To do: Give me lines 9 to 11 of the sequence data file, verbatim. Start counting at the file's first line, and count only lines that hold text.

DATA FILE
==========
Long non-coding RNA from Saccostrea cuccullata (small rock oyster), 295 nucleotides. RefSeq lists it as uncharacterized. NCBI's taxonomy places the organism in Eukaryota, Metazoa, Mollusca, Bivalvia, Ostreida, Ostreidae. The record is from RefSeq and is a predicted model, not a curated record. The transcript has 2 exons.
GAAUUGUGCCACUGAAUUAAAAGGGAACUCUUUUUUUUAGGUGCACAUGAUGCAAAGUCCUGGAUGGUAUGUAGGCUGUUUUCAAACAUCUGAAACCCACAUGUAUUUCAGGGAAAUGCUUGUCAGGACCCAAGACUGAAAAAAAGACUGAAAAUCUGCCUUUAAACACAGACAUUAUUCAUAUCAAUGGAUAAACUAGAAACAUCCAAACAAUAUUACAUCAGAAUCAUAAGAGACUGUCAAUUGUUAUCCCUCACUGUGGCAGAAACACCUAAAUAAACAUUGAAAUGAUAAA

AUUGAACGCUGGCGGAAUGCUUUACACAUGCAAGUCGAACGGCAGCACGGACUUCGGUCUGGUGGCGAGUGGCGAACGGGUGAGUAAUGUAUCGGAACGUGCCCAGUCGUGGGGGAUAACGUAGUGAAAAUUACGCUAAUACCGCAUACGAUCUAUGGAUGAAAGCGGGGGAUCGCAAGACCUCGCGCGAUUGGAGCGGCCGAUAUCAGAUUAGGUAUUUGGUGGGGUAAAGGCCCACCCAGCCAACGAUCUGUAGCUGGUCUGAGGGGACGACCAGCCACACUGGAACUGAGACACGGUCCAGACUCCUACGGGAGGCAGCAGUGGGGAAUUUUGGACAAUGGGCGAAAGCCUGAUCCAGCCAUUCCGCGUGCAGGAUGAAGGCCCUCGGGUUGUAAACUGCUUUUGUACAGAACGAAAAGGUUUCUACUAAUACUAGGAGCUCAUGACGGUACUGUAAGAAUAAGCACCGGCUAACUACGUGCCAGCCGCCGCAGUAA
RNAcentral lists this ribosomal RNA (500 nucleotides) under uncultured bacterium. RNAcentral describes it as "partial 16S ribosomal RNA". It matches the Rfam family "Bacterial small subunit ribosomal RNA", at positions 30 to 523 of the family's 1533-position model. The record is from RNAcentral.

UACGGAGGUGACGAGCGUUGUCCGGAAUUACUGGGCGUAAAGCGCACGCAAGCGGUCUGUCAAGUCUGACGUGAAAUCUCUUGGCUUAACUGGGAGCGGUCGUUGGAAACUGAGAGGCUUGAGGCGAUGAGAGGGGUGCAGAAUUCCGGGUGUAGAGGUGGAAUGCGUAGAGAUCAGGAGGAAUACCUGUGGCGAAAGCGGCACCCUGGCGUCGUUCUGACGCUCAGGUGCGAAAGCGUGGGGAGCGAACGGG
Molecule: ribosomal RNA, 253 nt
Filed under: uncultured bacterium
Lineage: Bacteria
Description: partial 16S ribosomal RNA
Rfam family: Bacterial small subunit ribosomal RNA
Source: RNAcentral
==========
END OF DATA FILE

Description: partial 16S ribosomal RNA
Rfam family: Bacterial small subunit ribosomal RNA
Source: RNAcentral